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Pirates of the Thames

Submitted by Rick Eyre on January 28, 2012 - 12:30pm

Two items from the sportsbiz world caught my eye this week, both coming from the UK.

From London's Olympic Delivery Authority comes the news that boats transporting passengers in the vicinity of London's Olympic Park will be exempt from advertising restrictions during the Olympic and Paralympic Games. This is despite that the fact that these waterways encroach on the "exclusion zone" for non-sponsor advertising as defined by the ODA.

insidethegames.biz reports that boats that usually operate on those waterways for the purpose of transporting members of the public can continue to do so and display their own advertising from non-games sponsors, "even though they will be seen by a potential television audience of several billion".

Meanwhile, from the England and Wales Cricket Board, comes a stark warning delivered by its chairman Giles Clarke about the biggest threat to the future of world cricket. It is... pirate websites.

The Telegraph on Thursday reported Giles telling as saying that the ECB and its broadcasters (BBC, Sky) closed down seven hundred sites illegally streaming broadcast footage of last summer's Tests against India.

"These pirate broadcasters are the biggest danger to cricket because they take money out of the game without commercial benefit to the sport," Clarke said.

A bigger danger than match fixing, it seems. Bigger than illegal gambling, bigger than rogue Texan businessmen with impossible promises, bigger than an ever-growing diet of Twenty20 "premier leagues". Bigger, even, than the Decision Review System!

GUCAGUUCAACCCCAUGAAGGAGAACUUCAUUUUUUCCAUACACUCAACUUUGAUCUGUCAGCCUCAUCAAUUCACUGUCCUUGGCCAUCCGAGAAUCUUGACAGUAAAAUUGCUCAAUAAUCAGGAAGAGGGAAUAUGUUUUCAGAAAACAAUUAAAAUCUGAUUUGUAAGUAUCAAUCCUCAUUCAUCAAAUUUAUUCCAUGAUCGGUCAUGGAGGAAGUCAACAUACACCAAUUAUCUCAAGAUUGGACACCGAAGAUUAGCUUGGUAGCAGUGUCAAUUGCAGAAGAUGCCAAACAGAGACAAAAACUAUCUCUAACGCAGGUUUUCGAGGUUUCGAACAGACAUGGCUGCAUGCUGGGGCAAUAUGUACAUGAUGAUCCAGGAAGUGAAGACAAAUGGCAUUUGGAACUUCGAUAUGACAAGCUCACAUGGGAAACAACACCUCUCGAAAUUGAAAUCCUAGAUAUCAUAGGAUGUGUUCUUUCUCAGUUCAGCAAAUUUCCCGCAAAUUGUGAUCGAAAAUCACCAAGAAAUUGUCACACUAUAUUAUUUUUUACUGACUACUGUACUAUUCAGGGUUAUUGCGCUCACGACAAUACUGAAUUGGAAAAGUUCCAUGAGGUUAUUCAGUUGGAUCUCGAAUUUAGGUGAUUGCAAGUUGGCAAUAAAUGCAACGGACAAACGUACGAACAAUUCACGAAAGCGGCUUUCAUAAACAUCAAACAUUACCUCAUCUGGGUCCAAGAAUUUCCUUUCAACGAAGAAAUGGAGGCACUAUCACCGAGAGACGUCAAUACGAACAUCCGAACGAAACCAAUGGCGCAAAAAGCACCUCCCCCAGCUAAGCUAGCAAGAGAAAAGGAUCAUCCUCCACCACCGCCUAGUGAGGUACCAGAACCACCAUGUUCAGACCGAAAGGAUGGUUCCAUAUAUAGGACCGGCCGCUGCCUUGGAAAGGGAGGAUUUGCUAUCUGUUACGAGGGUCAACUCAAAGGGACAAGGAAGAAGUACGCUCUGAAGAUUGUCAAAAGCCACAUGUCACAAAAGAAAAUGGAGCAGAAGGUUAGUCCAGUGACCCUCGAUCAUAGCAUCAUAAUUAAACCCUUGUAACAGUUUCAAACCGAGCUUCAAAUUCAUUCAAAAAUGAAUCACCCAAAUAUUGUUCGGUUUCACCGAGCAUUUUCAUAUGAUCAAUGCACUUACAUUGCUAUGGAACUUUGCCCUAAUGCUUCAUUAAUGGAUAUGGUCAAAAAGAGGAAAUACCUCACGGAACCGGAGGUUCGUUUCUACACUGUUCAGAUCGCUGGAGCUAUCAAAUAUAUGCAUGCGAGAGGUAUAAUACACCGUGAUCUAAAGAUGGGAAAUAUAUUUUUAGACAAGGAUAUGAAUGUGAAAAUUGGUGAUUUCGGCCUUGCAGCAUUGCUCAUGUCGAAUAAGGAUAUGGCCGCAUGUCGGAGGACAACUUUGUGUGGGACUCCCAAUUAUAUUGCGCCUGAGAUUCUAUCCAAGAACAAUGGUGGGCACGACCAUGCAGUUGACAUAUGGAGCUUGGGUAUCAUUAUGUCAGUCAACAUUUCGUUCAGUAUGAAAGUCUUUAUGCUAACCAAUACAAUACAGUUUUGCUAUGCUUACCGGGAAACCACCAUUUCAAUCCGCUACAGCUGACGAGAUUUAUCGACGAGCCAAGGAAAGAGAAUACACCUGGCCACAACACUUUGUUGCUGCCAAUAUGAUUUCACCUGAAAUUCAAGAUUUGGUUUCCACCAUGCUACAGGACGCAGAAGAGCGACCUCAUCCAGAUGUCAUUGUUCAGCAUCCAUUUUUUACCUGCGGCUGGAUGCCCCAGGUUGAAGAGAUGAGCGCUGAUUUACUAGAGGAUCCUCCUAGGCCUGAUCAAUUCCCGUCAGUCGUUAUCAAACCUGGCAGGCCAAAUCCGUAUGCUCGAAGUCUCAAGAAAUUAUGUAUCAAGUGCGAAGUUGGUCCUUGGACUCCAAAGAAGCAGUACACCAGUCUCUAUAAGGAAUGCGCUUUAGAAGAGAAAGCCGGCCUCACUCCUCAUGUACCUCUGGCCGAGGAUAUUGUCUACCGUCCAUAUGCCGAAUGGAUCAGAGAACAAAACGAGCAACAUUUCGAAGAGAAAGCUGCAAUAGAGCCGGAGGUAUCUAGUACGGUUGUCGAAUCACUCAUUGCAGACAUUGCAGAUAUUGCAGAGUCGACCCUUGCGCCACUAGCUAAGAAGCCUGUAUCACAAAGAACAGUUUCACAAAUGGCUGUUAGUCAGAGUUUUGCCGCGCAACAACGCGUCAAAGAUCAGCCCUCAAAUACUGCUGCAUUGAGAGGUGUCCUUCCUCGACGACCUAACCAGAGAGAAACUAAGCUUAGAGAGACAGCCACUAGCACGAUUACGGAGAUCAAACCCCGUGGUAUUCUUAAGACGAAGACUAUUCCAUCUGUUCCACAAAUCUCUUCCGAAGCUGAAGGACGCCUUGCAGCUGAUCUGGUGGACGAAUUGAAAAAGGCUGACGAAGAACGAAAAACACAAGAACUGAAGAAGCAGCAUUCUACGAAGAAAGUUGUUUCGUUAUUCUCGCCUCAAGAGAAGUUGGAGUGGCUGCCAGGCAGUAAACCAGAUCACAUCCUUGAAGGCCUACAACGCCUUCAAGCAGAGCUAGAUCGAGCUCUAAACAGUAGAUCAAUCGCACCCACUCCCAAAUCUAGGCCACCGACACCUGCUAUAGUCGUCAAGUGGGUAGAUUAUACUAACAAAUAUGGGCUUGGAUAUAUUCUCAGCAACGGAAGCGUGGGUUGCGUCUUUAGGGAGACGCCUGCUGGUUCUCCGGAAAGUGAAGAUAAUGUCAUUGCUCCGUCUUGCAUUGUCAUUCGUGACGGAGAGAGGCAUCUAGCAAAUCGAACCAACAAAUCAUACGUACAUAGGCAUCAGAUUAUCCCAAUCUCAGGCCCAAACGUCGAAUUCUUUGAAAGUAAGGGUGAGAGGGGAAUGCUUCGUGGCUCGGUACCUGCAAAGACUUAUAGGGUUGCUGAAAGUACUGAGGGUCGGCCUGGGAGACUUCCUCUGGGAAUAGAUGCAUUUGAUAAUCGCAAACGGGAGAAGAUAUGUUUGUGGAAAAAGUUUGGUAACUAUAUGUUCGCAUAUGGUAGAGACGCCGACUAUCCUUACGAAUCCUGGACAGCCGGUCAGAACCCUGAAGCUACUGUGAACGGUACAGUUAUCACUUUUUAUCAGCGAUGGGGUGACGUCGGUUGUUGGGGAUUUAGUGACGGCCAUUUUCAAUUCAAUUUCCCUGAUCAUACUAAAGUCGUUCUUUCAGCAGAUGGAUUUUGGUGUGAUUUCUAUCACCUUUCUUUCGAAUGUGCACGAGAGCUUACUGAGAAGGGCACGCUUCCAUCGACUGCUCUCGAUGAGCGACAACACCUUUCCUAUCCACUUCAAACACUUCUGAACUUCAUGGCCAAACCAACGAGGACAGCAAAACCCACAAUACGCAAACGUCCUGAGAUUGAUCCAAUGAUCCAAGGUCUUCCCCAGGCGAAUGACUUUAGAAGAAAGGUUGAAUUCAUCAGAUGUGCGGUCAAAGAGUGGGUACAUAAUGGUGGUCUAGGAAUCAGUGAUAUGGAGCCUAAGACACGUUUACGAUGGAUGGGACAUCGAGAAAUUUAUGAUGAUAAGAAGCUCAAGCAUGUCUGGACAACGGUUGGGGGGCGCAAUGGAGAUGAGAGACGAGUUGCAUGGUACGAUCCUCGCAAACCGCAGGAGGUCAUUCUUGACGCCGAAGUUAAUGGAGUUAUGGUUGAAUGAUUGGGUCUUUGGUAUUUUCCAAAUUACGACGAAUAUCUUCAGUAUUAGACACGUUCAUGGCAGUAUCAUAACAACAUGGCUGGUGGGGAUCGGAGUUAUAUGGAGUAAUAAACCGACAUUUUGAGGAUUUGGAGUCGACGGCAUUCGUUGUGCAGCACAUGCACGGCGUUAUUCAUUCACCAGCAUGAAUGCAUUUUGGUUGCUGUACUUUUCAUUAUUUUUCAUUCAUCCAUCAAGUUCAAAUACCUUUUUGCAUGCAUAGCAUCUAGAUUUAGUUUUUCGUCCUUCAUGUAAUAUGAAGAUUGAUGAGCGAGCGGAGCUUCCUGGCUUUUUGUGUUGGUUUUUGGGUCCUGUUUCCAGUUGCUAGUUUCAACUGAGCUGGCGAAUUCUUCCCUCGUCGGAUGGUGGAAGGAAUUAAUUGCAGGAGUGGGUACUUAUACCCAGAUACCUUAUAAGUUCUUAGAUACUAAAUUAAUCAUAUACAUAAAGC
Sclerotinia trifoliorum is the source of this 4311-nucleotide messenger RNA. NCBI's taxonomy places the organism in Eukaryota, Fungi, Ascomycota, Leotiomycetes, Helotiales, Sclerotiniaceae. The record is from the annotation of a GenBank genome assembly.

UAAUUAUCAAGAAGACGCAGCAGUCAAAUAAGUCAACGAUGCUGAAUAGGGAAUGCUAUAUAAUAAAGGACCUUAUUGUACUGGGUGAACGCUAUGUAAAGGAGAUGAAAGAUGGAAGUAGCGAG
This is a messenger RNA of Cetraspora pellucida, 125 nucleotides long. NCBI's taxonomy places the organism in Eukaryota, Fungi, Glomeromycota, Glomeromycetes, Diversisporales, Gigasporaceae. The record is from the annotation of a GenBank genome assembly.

Blame it on the pirates, says Giles.

The truth is, I believe, that the biggest threat to sport is Big Sport itself. Both stories are signs of the madness that is the steps Big Sport will take in protecting its revenue. The ODA deserves credit for allowing public transport systems to maintain their own income streams from existing advertisers. But why do we have all this talk of "Exclusion Zones"?

Exclusion Zones are sterile areas that are set up in the name of health or security. Protection against terrorist threats, protection against infectious disease. That's what Exclusion Zones are for.

Exclusion Zones to protect against ambush advertisers? The Olympic movement has drifted a long long way from Baron de Coubertin's original ideals if we accept such a loss of proportion in our values in the 21st century.

While Giles Clarke seems happy to take his corner of Big Sport into bed with Big Entertainment - those governments and corporations who feel that the only way to regulate the internet is by shutting down whatever is necessary. Totalitarianism to protect free-market capitalism. The attempts - deferred for now - to put the SOPA and PIPA bills into law in the United States being just two examples.

The best way for Clarke and the ECB to deal with internet piracy is to treat these pirates as if they were legitimate commercial competitors. And defeat them in the marketplace. The ECB (and other boards) hold all the aces to do this, they simply need to produce the best product and make it available to all corners of the globe.

Meanwhile, as the date for Mervyn Westfield's sentencing approaches, let's not lose sight of what really are the biggest problems affecting the future of cricket.